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  • New member:

    yildiz sengul

    Radiology resident Turkey, Kadikoy

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  • aliza decruz

    2019-07-08 02:43:17 Visible by anyone.

    We are a dedicated, hard working and professional SEO company In USA, serving thousands of clients of various categories. We have the capability, rich experience and complete knowledge of understanding your business environment and apply the right solutions and professional SEO services to bring your business website in the top positions in the search engine results.

  • Taylor Schwartz Neuroradiology 10/09/2017

    Case Presentation: 31-year-old female with Systemic Lupus Erythematosus presented to the ED after an unwitnessed seizure. Patient was found on the floor in her bathroom unresponsive. She remained alte...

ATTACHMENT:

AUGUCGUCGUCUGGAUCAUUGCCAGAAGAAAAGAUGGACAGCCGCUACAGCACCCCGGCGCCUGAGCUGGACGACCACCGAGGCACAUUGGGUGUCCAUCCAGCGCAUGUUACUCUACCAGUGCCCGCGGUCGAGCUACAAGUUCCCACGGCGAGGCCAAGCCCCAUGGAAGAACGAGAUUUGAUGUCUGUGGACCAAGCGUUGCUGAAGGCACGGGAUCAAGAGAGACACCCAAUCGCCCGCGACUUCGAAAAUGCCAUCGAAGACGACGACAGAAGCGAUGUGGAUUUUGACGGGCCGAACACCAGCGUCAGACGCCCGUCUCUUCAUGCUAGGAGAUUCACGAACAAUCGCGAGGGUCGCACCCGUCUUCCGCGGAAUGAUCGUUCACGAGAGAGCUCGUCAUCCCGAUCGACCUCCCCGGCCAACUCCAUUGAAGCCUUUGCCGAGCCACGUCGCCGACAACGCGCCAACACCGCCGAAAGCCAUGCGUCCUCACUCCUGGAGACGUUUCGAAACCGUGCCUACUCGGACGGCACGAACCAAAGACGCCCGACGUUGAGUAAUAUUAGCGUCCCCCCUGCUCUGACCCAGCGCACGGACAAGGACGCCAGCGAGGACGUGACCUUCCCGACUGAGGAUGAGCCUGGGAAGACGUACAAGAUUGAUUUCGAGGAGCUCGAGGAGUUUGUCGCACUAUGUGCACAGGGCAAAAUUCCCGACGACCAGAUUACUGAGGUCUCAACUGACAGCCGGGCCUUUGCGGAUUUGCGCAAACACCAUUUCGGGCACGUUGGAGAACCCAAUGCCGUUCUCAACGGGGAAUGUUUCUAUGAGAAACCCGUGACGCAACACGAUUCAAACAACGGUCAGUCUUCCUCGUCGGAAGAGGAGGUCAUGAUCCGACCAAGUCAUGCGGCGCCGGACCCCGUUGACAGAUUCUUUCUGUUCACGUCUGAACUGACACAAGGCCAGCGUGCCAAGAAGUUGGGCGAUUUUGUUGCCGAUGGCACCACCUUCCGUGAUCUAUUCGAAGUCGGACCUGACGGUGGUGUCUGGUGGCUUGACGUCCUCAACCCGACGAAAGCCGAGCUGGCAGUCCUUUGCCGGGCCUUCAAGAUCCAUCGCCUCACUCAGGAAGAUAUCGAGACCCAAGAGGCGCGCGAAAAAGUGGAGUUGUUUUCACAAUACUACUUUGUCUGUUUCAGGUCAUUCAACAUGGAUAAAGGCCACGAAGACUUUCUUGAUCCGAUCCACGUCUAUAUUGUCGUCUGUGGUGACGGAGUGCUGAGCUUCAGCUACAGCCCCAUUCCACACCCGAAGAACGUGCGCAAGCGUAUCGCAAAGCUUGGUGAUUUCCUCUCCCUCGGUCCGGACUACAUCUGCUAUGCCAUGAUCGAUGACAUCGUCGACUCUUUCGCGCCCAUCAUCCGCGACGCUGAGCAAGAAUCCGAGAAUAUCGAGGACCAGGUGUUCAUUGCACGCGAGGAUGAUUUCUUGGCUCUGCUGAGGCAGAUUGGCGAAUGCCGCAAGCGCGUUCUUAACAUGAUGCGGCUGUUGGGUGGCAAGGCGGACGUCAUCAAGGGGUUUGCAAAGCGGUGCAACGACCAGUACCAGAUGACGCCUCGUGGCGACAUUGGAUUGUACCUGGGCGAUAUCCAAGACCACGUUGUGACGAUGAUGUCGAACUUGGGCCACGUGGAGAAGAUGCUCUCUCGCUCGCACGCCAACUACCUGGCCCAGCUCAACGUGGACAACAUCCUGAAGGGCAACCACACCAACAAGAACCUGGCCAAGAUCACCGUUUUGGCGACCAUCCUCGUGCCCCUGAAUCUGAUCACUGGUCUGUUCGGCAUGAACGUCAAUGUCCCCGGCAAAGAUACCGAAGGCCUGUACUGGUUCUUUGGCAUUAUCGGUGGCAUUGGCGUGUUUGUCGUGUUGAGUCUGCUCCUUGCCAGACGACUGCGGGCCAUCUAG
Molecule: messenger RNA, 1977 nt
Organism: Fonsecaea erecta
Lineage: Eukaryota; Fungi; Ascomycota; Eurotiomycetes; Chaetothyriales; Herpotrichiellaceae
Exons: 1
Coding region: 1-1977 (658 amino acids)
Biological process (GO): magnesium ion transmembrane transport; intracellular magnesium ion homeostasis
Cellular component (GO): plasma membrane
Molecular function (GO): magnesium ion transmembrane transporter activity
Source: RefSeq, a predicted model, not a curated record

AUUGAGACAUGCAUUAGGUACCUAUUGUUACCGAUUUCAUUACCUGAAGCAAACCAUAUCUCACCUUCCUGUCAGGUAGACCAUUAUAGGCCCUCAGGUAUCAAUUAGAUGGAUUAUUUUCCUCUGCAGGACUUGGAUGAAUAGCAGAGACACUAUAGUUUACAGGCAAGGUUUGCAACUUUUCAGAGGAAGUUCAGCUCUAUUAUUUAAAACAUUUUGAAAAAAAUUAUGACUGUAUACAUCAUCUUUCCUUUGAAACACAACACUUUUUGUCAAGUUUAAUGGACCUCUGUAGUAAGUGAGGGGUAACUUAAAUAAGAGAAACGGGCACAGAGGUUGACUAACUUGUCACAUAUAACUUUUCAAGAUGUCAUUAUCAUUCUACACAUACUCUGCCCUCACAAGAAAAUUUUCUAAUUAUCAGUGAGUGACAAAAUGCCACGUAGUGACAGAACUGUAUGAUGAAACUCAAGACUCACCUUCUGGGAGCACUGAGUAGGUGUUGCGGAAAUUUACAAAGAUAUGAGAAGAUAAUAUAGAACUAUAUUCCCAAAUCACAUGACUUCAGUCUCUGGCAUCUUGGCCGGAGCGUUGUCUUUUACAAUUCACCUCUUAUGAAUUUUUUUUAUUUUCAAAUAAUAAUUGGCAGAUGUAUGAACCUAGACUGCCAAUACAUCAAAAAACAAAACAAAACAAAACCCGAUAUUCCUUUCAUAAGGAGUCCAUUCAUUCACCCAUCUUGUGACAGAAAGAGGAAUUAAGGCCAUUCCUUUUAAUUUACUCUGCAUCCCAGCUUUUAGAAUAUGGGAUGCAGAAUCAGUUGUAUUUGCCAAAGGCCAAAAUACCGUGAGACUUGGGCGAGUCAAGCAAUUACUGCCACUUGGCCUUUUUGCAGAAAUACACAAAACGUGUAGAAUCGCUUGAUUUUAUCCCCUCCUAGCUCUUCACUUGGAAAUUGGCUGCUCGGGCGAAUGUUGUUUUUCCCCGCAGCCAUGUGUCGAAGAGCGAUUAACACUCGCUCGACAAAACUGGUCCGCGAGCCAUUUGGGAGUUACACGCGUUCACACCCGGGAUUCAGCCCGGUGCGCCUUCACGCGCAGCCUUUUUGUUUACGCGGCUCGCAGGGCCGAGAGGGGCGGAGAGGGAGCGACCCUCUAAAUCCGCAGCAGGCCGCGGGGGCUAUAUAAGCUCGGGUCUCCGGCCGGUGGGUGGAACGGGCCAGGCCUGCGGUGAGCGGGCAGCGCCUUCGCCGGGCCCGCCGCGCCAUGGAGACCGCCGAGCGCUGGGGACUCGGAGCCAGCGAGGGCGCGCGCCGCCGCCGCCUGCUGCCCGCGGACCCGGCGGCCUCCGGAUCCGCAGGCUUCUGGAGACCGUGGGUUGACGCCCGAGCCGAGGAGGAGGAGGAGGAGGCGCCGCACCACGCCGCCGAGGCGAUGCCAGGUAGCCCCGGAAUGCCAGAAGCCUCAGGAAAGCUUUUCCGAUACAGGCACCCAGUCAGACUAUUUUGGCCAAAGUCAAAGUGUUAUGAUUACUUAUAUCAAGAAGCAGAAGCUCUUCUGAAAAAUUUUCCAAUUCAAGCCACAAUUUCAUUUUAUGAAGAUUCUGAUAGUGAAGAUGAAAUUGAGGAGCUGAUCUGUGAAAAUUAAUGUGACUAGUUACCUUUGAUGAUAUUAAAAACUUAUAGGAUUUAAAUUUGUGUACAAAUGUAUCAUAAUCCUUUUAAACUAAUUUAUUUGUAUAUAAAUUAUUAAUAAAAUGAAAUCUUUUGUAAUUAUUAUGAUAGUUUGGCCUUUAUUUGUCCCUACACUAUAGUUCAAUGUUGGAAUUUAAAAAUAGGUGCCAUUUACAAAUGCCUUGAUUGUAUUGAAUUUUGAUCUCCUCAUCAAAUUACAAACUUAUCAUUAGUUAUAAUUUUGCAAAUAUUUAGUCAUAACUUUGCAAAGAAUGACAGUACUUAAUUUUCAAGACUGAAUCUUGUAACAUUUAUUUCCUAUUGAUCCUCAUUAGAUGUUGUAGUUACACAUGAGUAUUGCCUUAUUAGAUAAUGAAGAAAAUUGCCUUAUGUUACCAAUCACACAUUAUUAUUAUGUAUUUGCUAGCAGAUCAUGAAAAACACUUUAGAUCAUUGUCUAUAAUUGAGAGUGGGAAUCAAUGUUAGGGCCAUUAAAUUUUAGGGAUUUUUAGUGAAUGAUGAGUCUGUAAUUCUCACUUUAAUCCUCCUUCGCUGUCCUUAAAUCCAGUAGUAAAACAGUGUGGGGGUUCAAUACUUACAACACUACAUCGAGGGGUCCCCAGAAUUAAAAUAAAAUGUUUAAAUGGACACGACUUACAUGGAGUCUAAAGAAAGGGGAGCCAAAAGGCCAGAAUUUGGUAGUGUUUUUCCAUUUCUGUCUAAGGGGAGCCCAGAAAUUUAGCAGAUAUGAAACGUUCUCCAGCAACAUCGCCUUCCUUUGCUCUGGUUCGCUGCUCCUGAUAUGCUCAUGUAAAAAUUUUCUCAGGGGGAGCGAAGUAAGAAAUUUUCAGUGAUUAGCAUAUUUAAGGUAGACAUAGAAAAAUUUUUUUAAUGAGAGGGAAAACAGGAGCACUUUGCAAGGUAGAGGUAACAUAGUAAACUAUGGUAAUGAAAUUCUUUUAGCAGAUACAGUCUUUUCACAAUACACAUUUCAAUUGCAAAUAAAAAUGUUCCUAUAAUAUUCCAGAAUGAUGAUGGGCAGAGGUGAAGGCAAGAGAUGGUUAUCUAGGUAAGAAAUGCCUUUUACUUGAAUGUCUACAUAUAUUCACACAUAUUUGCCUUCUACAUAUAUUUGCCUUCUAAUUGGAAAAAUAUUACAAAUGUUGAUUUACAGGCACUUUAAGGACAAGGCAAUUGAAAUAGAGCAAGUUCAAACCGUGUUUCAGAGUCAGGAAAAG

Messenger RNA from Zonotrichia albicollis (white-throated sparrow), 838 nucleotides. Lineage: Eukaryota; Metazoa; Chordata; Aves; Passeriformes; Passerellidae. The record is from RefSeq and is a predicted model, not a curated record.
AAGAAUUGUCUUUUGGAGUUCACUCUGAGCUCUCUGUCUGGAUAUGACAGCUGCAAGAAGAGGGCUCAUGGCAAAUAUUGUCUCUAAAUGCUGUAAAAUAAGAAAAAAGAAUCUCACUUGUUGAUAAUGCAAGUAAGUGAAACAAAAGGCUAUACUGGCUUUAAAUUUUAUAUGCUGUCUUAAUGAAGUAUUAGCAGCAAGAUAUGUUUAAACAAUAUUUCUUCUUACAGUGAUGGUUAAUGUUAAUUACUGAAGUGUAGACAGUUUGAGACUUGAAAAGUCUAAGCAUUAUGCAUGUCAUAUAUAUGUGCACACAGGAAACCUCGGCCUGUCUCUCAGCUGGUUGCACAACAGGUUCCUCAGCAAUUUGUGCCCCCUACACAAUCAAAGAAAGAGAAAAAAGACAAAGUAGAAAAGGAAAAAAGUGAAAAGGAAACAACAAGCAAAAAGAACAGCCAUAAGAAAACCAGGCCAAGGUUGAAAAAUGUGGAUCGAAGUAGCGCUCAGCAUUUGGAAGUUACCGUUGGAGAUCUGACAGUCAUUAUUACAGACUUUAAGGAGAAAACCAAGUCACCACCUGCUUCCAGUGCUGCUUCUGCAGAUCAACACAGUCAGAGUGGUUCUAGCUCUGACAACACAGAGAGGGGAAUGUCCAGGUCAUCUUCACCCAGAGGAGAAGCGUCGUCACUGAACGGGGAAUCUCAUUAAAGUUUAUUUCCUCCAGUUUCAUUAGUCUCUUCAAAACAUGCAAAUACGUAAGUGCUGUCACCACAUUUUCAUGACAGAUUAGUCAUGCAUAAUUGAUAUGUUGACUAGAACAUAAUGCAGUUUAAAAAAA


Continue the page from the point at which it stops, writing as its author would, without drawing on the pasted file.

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  • New member:

    Monica Ch

    Medical student United States, MD

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  • New member:

    James Hill

    Recruiter Australia, NSW

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  • New member:

    Bryce Beutler

    Other resident United States, CA

    Internal medicine resident...

  • New member:

    RAJNIKANT VASAVA

    Radiology resident India,

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  • New member:

    Daphne Scarpelli

    Other (see other profession) United States, Oregon

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  • New member:

    Arzu Ozturk

    ,

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  • New member:

    As Bdf

    Technologist student United States,

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  • Radiology resident United States, CT

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  • Radiology resident India, UTTAR PARDESH